When you go to your extraverted friends’ wedding/stag/hen night or birthday party, it’s a free trait agreement. You are perhaps acting out of character, to say ‘my love for you is worth spending myself on’.
Even if you work self-employed, alone from home you will still find yourself making free trait agreements for the sake of personal or broader projects. You may need to do something (a presentation, dealing with a customer, addressing a problem, launching a new project etc) that requires you to periodically act out of character.
4. Creative Ambition
Many highly creative people (artists, programmers, business leaders etc) are also introverted. So they must engage in free trait agreements for the sake of their belief in moving their idea down the line.
The health and wellbeing project can require free trait agreements. Perhaps it’s acting out character to join (and visit) the gym, or to play a team sport/go out running with other people because you know it’s the only way you’ll actually get exercise.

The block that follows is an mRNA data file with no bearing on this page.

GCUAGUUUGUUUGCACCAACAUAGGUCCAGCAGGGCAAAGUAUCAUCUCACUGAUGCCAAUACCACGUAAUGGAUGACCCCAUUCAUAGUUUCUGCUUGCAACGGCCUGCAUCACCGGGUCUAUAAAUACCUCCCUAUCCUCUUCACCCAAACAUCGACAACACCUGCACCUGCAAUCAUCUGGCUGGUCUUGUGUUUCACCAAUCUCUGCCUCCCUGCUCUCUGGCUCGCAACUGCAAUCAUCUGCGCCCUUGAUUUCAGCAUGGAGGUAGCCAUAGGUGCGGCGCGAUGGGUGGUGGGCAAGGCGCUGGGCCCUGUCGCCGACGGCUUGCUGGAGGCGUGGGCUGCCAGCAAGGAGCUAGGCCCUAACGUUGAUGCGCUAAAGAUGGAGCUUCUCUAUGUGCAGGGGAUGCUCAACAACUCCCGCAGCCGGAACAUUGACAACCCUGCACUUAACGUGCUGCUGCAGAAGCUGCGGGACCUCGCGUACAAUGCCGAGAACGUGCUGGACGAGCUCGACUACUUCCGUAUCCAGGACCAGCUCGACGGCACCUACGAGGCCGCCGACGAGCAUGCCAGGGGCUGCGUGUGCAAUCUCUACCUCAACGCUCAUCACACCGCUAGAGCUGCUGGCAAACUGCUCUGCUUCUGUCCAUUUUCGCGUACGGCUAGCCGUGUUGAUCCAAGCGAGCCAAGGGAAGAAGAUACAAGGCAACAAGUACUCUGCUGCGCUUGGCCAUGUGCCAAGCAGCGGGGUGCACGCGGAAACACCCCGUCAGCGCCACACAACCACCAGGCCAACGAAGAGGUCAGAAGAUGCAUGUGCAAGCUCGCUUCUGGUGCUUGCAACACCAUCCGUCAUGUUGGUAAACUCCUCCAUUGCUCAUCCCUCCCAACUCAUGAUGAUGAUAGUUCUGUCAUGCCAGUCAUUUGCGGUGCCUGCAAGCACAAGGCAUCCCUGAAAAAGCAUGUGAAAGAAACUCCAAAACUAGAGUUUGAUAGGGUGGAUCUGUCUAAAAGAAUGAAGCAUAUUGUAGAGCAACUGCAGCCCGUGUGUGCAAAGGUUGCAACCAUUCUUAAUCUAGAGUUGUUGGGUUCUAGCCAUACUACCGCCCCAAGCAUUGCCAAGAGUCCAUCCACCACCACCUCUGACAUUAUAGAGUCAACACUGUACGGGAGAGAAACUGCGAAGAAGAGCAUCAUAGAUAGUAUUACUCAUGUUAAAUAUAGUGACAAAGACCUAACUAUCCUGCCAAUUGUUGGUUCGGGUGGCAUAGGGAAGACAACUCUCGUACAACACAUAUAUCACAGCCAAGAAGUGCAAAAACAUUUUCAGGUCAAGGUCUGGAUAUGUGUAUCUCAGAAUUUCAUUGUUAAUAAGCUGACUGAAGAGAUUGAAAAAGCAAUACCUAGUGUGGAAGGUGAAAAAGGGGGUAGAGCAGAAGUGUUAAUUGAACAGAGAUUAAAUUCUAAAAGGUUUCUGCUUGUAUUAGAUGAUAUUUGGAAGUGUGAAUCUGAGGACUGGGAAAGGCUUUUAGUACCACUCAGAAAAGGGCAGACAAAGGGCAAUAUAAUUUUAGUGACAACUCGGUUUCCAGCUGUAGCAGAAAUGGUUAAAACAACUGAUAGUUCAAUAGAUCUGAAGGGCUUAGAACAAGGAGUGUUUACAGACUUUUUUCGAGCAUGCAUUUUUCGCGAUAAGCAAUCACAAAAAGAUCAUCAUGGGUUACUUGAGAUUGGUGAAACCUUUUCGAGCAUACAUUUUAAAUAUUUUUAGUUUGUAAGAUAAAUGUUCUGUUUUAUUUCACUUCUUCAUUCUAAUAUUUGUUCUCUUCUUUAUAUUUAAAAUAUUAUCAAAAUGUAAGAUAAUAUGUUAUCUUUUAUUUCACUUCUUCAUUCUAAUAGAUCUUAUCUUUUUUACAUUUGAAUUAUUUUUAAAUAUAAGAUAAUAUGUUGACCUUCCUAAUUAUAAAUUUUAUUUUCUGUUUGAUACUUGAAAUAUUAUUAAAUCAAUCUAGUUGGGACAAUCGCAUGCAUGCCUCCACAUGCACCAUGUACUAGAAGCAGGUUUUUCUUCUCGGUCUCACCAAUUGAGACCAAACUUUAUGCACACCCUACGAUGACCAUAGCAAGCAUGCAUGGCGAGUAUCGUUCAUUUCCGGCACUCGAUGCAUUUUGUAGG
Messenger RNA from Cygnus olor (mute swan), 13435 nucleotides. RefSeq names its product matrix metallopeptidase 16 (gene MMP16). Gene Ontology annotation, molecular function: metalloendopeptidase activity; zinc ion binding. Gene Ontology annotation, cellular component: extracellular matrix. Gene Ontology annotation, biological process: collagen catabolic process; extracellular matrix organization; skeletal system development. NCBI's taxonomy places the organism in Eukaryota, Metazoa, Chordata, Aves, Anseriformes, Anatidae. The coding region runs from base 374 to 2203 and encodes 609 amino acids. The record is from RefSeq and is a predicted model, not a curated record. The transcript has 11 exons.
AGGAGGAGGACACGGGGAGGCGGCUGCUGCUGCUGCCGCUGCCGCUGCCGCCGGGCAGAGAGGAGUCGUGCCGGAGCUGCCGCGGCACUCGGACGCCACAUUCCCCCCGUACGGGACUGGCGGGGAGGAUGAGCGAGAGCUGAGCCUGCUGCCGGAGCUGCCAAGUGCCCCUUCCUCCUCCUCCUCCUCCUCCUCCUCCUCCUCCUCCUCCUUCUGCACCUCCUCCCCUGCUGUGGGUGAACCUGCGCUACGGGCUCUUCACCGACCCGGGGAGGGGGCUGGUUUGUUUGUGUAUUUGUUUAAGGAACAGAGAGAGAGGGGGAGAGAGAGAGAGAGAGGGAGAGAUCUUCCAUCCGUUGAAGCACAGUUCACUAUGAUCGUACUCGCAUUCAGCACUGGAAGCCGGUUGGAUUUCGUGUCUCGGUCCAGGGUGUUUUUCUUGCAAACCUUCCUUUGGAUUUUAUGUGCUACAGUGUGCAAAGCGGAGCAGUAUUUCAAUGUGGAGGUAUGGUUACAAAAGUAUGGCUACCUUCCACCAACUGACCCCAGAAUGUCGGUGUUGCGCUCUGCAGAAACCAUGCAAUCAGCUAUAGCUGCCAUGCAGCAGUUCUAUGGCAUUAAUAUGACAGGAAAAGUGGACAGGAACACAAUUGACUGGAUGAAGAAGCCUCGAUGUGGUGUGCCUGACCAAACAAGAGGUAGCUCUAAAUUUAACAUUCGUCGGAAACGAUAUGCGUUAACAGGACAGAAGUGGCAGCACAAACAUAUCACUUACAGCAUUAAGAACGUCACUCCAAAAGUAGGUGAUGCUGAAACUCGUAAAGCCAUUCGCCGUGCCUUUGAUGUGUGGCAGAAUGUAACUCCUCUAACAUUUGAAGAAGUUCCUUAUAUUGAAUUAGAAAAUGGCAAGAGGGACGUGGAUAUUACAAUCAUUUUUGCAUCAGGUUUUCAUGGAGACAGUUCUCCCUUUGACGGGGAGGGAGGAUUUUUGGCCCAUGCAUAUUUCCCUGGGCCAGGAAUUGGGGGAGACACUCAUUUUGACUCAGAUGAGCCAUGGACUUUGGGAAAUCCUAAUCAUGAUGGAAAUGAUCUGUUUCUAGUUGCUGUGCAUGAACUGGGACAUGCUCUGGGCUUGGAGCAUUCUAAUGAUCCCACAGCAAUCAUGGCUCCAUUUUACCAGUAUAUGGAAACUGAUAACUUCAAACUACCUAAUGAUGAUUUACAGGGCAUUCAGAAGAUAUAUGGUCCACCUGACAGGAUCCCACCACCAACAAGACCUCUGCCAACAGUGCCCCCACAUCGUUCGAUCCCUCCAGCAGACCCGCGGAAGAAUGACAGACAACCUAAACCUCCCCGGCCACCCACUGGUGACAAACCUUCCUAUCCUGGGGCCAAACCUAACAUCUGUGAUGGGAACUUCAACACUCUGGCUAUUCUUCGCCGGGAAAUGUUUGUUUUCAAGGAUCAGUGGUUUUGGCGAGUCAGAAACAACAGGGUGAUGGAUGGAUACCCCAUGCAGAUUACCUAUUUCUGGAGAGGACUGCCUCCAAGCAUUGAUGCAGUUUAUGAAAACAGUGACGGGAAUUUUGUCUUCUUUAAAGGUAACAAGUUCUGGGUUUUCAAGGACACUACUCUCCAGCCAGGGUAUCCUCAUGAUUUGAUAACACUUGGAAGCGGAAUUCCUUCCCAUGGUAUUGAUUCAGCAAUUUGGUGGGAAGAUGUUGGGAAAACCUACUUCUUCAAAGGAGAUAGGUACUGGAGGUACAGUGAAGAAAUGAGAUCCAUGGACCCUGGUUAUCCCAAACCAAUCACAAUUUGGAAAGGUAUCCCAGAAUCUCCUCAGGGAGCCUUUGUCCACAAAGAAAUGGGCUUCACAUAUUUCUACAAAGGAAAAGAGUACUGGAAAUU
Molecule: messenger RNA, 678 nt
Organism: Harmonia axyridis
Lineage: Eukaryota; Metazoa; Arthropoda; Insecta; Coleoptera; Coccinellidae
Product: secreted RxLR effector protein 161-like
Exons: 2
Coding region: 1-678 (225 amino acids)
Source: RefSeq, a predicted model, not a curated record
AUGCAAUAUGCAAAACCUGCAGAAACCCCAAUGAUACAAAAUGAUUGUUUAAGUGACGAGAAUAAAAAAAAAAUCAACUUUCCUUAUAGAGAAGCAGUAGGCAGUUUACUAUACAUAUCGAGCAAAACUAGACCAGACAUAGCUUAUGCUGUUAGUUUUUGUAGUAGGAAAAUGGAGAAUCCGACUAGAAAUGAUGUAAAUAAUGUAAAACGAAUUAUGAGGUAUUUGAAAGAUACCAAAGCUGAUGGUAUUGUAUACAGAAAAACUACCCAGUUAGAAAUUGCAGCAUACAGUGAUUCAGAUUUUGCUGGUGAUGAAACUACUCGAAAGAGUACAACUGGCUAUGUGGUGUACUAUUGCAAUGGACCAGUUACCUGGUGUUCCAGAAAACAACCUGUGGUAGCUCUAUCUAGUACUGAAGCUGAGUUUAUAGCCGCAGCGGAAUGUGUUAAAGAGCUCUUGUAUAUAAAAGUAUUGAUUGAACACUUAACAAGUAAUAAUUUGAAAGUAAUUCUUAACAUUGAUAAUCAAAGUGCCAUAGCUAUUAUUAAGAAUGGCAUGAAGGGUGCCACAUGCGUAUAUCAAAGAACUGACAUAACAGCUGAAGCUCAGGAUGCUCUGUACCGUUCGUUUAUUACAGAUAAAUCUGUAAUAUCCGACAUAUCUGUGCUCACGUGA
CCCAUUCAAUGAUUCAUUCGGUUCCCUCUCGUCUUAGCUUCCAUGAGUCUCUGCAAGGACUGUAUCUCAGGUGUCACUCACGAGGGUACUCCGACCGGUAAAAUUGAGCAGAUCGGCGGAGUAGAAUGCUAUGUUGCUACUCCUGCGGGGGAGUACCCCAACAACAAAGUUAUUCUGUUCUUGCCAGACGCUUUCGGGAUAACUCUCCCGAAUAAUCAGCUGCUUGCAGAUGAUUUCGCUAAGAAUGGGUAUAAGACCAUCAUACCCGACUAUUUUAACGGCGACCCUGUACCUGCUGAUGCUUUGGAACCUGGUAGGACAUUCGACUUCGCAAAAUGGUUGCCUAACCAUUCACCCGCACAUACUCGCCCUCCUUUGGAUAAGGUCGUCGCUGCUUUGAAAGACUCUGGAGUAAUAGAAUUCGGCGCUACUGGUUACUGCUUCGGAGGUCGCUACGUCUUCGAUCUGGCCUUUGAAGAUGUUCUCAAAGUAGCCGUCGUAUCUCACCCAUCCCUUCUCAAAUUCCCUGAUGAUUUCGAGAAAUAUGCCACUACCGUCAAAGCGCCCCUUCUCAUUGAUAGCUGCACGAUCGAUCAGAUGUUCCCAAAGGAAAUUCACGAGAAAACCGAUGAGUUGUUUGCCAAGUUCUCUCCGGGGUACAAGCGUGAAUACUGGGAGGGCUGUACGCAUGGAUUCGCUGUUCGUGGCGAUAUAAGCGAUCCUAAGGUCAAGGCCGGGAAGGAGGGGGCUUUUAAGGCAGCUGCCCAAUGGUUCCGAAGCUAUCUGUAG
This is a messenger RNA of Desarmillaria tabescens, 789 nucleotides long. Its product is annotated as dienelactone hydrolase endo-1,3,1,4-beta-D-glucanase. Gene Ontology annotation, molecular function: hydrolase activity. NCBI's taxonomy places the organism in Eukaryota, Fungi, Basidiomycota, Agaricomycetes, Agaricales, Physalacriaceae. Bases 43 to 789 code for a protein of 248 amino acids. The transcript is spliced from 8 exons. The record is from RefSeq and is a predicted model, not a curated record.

A ‘Little’ Warning
It is important to bear in mind that we are not talking about changing fixed traits. Although you can engage in free trait agreements (appear temporarily more extroverted), you can’t BECOME more extroverted.
Professor Little warns that although we can move the needle on personal projects prolonged exposure to doing so “exacts a price in health, and can cause burnout unless you have a restorative niche where you can indulge your first nature.”
Our restorative niches are unique and personal. Do you know yours? One of mine is going swimming, entering my own little space and getting into a rhythm as I glide up and down the pool.
Little suggests that there is give and take when we are in free trait agreements with others. He says “with spouses and bosses, we can strike a bargain: I’ll act out of character to advance our joint project if you will grant me a restorative niche. What we need is a Free Trait Agreement.”
Over to You
Can you think of any free trait agreements that you engage in (whether conscious or unconscious)? Do you have a restorative niche that keeps you from burning out or doing damage to your health? Please leave your response in the comments below.